Guidance Counselor Recommendation

School Counselor Recommendation, Guidance Recommendation, Guidance Counselor Letter of Rec

Your guidance counselor recommendation is one of the most important components of your college application. So be nice to your guidance counselor! You should anyway! If you’re wondering why Connie Britton is pictured, she played a guidance counselor on “Friday Night Lights” (photo credit: Jenn Deering Davis).

Maybe you’ve read our posts on the importance of your guidance counselor recommendation in the college admissions process. Or maybe you haven’t yet. If you haven’t, check out this post on Guidance Counselor Letters of Recommendation. It’s very important that you establish a relationship with your guidance counselor early on in your high school career. It’s very important that your guidance counselor gets to know you as an individual so he/she doesn’t just fill out a template recommendation that doesn’t set you apart from Harry. But let’s say you didn’t believe us when we told you how important the guidance counselor recommendation really is.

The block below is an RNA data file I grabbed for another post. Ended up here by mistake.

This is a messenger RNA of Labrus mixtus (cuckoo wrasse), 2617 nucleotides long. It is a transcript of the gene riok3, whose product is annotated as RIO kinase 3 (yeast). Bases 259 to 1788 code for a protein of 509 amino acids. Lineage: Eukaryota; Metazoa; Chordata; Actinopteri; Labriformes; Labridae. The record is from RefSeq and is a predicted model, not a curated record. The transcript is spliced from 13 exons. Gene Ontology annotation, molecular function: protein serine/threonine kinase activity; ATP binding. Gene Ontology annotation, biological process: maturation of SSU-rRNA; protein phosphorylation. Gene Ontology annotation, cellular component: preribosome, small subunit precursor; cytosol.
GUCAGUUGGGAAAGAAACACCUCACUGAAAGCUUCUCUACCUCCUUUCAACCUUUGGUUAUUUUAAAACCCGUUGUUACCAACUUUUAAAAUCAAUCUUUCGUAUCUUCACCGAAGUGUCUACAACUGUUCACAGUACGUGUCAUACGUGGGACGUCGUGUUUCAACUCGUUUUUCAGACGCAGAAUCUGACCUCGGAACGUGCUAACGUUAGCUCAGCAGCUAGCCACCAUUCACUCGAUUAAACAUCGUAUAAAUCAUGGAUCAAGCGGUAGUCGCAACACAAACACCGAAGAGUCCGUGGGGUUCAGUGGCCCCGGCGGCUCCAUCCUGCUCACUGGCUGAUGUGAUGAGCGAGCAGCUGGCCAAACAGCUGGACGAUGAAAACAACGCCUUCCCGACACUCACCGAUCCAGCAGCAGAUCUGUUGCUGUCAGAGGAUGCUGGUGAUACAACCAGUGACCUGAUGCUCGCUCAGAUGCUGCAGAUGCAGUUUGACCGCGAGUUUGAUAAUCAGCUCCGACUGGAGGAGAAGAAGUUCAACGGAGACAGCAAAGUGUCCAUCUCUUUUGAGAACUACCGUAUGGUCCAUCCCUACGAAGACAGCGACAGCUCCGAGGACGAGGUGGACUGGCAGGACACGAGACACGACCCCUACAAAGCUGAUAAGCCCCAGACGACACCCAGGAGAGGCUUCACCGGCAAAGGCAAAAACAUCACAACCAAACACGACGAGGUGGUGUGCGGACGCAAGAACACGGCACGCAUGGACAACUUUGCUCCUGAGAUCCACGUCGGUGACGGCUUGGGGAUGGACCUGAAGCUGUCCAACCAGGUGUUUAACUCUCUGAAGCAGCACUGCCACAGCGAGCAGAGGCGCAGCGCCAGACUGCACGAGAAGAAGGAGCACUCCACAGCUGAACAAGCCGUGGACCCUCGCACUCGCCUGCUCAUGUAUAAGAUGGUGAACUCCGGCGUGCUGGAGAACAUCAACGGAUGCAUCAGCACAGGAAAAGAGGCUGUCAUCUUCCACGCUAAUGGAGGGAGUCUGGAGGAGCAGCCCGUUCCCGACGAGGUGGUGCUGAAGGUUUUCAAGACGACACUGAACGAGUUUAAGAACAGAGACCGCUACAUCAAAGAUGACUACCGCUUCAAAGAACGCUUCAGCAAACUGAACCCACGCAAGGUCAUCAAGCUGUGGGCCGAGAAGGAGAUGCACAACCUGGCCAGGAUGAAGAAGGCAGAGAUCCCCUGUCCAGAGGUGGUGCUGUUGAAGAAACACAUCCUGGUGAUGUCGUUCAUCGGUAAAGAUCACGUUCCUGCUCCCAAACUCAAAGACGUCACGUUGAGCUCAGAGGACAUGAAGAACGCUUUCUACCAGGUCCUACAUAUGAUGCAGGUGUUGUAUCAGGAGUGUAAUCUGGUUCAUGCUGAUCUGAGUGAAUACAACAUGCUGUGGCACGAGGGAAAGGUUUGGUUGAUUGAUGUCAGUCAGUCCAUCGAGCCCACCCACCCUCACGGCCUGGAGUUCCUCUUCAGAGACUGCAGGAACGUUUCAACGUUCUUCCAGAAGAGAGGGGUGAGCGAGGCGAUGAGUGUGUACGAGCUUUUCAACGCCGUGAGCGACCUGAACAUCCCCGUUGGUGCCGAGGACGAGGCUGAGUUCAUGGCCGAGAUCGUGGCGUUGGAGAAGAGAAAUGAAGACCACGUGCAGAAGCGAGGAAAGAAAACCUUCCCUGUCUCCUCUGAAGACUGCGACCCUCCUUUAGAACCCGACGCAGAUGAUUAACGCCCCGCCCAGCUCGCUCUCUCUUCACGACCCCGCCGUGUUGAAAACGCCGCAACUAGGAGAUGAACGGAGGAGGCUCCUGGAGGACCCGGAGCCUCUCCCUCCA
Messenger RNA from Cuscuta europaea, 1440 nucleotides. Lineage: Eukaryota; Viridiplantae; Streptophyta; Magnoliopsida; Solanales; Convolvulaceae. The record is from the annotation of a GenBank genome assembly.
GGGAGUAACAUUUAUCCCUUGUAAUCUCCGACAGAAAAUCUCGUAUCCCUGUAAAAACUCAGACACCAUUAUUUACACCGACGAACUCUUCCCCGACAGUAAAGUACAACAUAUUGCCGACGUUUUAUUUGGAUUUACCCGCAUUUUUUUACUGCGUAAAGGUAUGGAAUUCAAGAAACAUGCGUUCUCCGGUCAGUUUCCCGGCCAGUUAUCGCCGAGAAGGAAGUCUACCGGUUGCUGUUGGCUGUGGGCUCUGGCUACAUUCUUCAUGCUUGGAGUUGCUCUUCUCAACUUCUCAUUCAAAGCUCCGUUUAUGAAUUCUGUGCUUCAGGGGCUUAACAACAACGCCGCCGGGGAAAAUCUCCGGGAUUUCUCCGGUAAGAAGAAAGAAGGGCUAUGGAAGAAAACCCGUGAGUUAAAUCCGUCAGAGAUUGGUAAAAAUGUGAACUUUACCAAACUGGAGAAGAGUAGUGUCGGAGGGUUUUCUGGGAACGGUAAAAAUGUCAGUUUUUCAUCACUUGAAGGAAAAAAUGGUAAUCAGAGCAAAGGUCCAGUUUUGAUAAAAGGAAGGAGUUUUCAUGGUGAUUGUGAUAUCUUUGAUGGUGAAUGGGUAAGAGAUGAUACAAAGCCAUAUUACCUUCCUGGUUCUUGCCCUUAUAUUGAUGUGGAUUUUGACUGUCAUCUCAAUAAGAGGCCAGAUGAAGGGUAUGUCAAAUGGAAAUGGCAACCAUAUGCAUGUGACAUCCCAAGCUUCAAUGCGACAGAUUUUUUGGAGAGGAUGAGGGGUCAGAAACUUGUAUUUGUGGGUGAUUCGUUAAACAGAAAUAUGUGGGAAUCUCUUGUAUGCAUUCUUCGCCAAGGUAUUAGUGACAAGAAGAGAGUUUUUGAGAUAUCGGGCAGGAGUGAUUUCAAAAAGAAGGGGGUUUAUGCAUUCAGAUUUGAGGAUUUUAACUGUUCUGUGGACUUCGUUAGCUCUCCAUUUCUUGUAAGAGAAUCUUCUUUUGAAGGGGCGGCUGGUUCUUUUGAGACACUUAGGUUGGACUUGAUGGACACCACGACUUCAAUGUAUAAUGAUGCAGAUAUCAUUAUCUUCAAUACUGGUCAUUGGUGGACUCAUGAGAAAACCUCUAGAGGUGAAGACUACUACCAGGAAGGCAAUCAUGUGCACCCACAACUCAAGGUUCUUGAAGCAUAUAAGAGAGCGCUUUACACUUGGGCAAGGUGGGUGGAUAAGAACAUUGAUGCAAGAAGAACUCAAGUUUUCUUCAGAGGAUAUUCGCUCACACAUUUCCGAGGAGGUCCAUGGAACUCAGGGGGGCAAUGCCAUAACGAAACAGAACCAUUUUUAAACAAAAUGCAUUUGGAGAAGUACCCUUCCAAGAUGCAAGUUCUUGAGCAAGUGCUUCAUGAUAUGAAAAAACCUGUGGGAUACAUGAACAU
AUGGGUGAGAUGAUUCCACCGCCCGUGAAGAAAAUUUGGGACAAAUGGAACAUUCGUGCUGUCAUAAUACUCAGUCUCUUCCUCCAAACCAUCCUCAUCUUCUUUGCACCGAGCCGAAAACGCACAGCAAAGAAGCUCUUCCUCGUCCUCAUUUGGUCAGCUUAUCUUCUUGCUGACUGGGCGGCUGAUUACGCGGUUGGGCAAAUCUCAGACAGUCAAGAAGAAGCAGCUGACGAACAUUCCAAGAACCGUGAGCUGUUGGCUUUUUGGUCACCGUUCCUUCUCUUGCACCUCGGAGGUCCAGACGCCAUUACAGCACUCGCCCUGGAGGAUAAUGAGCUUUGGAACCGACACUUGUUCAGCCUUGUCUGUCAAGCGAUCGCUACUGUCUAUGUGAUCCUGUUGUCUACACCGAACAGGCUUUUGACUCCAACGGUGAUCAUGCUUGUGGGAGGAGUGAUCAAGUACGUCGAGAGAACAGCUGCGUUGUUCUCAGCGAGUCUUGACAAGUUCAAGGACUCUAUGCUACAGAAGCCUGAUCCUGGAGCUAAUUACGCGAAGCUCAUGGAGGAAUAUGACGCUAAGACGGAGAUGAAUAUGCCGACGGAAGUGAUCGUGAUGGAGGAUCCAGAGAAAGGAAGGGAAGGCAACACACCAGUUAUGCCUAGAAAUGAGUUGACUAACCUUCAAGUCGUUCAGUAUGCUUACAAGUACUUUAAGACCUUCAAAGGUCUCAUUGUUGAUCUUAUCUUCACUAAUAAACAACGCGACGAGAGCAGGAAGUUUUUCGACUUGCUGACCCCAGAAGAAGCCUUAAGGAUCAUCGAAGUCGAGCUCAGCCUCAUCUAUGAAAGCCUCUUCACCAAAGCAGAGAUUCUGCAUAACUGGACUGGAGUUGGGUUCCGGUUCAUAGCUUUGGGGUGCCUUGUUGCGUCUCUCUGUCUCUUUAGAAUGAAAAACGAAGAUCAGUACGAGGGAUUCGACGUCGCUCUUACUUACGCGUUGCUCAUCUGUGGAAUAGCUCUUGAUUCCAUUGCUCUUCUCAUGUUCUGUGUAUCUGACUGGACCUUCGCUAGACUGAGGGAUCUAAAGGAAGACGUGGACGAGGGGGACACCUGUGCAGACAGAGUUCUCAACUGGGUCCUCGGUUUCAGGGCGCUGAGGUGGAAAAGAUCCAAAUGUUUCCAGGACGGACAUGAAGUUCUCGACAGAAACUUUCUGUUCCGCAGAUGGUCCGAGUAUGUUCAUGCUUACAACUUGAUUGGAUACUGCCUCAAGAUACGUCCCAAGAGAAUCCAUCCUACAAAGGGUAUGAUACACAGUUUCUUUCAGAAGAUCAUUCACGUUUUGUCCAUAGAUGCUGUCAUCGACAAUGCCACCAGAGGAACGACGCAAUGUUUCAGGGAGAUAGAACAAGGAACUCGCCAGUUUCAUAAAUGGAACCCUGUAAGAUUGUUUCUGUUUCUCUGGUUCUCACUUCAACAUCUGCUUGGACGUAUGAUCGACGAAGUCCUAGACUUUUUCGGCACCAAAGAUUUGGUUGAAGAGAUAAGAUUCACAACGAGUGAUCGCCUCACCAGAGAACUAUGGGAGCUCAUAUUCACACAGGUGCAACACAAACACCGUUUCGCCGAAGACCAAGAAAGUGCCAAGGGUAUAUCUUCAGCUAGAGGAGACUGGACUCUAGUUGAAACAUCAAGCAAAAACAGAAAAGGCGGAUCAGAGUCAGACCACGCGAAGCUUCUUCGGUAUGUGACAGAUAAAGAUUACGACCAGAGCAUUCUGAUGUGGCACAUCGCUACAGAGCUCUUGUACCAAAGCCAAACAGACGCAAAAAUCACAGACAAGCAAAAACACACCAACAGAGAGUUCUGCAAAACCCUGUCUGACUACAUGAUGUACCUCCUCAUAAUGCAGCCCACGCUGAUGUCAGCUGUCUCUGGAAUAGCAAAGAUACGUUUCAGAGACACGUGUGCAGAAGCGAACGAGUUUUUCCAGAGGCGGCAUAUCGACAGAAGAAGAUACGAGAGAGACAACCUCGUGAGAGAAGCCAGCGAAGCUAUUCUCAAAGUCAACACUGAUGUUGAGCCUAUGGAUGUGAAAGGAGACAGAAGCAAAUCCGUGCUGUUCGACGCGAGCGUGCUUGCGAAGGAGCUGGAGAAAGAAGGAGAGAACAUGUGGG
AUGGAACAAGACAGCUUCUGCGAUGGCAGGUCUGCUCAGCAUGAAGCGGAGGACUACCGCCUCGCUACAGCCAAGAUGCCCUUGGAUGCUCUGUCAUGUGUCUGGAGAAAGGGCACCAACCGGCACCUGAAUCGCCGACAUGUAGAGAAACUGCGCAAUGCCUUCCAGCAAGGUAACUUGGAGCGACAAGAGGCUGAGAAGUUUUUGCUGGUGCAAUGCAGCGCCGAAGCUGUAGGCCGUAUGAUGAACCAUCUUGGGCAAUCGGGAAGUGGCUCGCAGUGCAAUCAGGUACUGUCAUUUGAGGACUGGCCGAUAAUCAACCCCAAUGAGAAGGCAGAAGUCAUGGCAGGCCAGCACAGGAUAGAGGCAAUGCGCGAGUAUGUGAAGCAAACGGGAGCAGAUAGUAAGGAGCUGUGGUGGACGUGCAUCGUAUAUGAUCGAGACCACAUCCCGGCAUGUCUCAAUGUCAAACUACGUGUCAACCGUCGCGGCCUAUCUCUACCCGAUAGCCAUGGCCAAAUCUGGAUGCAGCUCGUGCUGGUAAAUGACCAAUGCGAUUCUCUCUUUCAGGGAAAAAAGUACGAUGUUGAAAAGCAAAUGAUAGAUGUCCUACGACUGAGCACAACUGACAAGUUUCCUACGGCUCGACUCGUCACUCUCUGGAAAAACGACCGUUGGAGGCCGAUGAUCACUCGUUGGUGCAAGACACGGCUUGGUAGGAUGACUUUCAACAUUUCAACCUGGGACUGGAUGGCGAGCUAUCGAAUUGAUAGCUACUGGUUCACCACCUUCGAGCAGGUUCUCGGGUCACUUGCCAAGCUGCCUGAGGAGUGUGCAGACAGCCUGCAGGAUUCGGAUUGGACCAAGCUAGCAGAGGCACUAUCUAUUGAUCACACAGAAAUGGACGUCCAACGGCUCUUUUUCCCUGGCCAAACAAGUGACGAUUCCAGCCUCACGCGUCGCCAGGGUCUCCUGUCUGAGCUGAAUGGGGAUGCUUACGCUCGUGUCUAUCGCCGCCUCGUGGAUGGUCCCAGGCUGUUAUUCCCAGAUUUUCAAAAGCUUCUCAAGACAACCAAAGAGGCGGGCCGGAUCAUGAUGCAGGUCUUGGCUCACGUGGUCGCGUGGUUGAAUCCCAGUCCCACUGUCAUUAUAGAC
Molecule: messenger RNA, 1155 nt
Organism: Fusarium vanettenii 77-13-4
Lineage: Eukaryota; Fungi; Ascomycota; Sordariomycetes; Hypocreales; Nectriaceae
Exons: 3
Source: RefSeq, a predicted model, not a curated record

We now have some more data to back up our stance. According to a study conducted by the National Association of College Admission Counseling (NACAC) to which the Founder of Ivy Coach is a member in good standing, the guidance counselor recommendation is one of ten things that colleges want from applicants and 19.4% of college admissions counselors believe it is the most important part of your application, according to “The Huffington Post.” So is it the single most important part of your application, according to the data? No. But 19.4% matters quite a bit in the competitive, high stakes games of selective college admissions.

So ask politely if your guidance counselor can meet next week. Thank him/her for writing your letter of recommendation. Thank him/her for sitting down for an hour with you to go over course selection. Don’t ask for course changes because you want a better lunch break. The impression you’re leaving on your guidance counselor is a lasting one — one that will have a tremendous impact on your chances in the selective college admissions process.

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